Researchers at the IWK's Centre For Pediatric Pain are looking into the role siblings can play in a child’s experience with pain.

Siblings Brooke and Koen Schlief are part of the centre’s study on pediatric pain.

“They're going to answer some questions, they're going to work together to build a tower, then they're also going to do something called the cold water task,” says researcher Meghan Schinkel.

Schinkel says the cold water task is often used at the lab to learn more about how children feel pain.

“We ask them to put their hand in a tub of cold water and keep it in there as long as they can until it gets too uncomfortable, or hurts too much, and then they can take it out whenever they want to,” says Schinkel.

In this study, the participant's sibling will be sitting across from them while they have their hand in the water.

“We're really interested in seeing how a child might behave when they see their sibling in pain and whether some of those things they do might be helpful to their sibling, or not so helpful,” says Schinkel.

For 11-year-old Koen, having his eight-year-old sister in the room was mostly helpful.

“It was a bit weird, it was sort of hard to notice her at times, but it was sort of supportive too,” says Koen.

Brooke used the word 'annoying' to describe her brother's presence, but admitted he was also a welcome distraction.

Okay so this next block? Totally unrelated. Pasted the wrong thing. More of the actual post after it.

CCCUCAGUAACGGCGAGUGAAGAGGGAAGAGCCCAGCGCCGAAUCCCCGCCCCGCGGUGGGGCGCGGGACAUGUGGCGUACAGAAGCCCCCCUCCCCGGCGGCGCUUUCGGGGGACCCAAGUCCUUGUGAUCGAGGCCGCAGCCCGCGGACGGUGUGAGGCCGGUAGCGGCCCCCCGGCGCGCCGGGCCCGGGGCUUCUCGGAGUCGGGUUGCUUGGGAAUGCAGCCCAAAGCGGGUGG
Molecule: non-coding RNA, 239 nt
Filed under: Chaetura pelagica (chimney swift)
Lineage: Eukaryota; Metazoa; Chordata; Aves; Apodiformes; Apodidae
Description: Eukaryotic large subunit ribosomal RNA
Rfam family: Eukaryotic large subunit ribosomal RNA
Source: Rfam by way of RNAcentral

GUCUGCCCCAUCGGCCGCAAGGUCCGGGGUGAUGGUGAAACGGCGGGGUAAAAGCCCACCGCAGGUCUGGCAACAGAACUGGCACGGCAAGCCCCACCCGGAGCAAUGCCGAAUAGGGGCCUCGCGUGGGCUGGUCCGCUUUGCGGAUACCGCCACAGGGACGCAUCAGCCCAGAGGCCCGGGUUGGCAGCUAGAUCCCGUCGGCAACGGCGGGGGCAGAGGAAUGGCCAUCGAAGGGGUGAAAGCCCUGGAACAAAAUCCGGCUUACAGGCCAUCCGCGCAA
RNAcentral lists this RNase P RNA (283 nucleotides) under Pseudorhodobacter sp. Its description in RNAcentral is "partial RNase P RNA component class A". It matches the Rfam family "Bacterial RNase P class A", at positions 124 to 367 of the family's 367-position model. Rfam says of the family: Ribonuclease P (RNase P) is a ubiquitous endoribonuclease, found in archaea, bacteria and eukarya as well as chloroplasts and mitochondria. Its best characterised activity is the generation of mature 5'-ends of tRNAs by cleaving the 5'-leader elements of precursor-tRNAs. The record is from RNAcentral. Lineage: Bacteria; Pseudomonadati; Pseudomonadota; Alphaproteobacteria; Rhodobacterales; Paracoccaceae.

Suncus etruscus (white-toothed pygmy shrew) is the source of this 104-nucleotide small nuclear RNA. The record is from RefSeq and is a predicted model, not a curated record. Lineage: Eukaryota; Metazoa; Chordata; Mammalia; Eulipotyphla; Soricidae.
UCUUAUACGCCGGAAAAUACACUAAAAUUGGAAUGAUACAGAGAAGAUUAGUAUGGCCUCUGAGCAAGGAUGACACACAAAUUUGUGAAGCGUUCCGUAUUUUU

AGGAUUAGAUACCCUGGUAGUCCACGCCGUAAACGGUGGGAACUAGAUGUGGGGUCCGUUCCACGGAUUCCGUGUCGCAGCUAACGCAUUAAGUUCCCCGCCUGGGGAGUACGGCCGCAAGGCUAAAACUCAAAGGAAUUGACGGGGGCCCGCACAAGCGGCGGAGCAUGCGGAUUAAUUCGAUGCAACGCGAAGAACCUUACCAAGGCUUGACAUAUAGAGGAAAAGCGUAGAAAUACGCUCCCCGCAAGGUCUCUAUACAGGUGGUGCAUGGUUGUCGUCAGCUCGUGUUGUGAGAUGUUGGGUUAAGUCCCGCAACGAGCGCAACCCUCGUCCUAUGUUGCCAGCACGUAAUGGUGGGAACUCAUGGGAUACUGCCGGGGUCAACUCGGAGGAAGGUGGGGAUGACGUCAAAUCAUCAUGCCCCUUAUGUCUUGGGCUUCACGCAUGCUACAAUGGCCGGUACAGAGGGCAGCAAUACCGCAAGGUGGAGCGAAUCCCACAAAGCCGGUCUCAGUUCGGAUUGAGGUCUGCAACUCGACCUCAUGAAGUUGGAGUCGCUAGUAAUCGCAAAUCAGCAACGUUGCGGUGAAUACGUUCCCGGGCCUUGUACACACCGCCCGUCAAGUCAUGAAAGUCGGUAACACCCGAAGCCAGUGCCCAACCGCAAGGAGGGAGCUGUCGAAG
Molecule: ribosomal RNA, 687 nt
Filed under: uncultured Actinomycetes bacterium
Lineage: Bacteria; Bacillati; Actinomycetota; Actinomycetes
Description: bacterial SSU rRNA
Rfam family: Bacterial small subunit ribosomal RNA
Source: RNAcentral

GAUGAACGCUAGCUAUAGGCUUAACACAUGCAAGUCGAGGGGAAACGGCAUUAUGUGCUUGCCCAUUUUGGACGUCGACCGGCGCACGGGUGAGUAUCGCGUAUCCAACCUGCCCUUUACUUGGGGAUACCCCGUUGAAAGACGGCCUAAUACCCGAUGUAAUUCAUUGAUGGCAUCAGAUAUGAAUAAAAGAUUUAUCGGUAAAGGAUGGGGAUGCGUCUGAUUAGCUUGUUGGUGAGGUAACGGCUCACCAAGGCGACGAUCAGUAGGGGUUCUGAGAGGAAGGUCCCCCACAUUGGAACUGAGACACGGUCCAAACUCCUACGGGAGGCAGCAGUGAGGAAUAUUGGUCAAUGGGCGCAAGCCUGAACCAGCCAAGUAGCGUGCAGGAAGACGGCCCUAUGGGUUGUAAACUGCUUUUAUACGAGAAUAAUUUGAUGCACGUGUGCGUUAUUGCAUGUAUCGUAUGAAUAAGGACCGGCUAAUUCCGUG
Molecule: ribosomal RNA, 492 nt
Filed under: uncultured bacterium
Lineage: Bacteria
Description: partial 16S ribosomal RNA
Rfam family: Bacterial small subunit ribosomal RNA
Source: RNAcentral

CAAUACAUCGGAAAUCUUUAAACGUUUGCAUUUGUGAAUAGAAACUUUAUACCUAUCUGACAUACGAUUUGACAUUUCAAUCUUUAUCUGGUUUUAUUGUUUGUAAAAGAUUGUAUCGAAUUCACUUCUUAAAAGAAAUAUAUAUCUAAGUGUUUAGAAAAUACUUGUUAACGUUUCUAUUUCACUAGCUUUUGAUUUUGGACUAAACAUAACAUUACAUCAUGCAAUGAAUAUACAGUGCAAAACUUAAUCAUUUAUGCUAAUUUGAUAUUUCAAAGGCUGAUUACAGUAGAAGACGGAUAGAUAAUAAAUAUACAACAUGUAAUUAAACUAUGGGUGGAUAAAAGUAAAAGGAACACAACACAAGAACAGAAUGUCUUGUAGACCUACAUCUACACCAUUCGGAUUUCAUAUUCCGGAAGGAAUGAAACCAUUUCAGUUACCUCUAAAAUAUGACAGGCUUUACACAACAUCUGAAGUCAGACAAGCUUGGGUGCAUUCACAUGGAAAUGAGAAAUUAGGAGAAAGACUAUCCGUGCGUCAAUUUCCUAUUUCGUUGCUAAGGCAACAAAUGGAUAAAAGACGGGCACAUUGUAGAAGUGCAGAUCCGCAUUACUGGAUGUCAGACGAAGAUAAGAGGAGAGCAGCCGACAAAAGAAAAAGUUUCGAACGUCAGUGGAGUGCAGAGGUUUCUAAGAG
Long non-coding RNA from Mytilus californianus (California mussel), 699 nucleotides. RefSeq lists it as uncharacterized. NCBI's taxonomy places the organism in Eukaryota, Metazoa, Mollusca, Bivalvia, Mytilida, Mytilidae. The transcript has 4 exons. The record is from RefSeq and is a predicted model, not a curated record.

“Some of the pain went away, a bit, but not gone,” says Brooke.

Schinkel says the study is in the early stages and the researchers are not sure what to expect.

“We know a lot about how parents can influence children's experience with pain, but nobody has really looked at how siblings are able to influence children's experiences,” says Schinkel.

Schinkel hopes the outcome will provide useful information for both healthcare professionals and parents.

“Painful experiences are common for children and there's lots of things parents and families can do to help make that experience go smoother, so we're hoping that this study might be able to contribute to that so that families can learn more about what they can do when their child is in pain,” says Schinkel.

The researchers are still looking for siblings between the age of eight and 12, plus one of their parents to participate in the study.